Objectives: Fibromyalgia syndrome (FMS) is a chronic disorder defined by widespread muscle pain and multiple tender points. The objectives of this study were to estimate prevalence of comorbidities, healthcare resources utilization, and costs associated with FMS.
Methods: A retrospective cohort study was conducted using data from the Quebec provincial health plans (RAMQ) for a random sample of patients with diagnoses of FMS and a control cohort of patients without FMS, matched for age and gender. Prevalence of comorbidities was estimated. Healthcare resources consumed by FMS and non-FMS patients were identified in terms of visits to physicians, physician's interventions, pain-related medications, nonpain-related medications, and hospitalizations.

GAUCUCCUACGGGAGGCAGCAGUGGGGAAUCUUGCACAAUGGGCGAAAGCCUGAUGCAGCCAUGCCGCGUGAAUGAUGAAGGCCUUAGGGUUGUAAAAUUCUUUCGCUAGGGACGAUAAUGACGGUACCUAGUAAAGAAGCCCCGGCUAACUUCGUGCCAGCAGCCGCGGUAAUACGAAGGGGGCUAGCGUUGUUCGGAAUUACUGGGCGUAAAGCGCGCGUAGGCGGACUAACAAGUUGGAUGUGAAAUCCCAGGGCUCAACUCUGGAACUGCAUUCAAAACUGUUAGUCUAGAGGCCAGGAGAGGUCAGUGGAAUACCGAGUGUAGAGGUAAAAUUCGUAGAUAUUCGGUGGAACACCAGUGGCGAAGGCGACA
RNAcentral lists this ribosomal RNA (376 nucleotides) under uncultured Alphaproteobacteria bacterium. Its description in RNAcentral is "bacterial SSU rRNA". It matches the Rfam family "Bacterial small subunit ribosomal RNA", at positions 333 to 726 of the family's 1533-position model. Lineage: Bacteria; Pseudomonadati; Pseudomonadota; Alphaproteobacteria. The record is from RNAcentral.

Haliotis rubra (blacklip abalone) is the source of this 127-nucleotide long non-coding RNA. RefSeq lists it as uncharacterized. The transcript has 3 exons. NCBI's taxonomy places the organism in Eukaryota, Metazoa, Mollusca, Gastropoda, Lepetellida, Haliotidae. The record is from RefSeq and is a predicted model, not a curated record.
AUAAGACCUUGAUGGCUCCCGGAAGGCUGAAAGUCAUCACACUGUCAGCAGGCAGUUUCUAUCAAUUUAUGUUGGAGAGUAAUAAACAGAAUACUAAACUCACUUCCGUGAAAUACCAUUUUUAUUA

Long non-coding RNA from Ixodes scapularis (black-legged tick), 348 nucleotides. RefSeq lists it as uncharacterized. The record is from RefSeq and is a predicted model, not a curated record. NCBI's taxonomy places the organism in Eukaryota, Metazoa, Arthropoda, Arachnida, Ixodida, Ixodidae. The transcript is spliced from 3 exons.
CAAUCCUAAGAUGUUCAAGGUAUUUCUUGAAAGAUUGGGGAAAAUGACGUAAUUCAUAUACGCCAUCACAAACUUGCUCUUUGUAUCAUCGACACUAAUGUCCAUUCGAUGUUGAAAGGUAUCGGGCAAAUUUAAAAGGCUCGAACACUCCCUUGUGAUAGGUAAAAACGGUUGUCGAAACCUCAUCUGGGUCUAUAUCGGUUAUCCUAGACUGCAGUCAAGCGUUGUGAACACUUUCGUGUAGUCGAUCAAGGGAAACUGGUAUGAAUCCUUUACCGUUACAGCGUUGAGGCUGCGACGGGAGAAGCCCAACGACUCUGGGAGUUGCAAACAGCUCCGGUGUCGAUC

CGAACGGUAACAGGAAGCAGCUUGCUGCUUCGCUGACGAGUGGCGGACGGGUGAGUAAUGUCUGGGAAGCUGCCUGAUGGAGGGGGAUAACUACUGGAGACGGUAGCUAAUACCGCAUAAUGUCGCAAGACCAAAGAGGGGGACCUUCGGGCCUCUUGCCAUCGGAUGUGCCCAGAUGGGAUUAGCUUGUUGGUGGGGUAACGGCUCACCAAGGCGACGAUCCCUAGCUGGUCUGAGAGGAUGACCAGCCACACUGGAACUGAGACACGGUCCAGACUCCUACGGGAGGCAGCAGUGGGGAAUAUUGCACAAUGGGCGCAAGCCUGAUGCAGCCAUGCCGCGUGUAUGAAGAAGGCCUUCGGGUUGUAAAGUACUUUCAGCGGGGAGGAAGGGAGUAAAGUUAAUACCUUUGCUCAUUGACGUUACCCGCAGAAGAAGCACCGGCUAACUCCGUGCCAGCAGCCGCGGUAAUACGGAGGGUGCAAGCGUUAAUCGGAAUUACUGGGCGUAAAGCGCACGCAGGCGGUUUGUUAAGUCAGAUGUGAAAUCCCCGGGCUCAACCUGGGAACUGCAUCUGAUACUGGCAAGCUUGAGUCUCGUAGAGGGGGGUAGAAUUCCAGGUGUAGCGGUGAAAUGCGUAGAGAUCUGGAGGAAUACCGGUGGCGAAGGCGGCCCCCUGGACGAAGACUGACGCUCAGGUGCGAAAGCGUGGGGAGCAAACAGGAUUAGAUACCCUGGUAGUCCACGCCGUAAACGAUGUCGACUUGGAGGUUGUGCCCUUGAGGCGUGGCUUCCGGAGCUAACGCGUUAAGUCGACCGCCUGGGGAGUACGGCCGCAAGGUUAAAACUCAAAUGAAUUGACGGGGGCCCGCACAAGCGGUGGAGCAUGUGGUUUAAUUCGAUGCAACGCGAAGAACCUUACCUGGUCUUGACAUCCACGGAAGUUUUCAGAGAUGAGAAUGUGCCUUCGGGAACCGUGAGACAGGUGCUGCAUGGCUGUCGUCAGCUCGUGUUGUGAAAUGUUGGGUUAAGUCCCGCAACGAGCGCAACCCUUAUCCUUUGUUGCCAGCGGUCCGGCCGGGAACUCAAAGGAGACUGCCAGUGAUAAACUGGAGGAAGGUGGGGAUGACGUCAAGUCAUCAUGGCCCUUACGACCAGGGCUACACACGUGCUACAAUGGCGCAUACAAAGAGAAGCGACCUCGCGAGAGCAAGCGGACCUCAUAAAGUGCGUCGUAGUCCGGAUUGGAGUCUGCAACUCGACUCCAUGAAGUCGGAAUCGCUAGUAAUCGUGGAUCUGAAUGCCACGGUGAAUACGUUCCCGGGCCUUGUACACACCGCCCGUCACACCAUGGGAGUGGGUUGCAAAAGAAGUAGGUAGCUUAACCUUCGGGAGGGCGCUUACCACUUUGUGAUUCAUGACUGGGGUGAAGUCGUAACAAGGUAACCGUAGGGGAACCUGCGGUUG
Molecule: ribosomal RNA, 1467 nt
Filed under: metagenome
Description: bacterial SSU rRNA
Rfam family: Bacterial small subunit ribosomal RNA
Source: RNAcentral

Results: A total of 16,010 patients with 2 diagnoses of FMS were identified, and control patients were randomly selected with a ratio of 1:1. Incidence of most comorbidities was significantly higher in the FMS group and the chronic disease score (3.8 vs. 2.8; ANOVA P <0.001). The proportion of patients with at least 1 comorbidity was 87.4% in the FMS group and 60.1% in the control group (chiP<0.001). The annual number of visits to physician and physician's interventions was 25.1 for FMS and 14.8 for non-FMS patients. The amount paid by the RAMQ was significantly higher for patients with FMS ($4065) compared with patients without FMS ($2766) (ANOVA P<0.001).
Discussion: Results of this analysis of the RAMQ database illustrate the high prevalence of comorbidities among patients with a diagnosis of FMS and strongly indicate that the economic burden of FMS is substantial.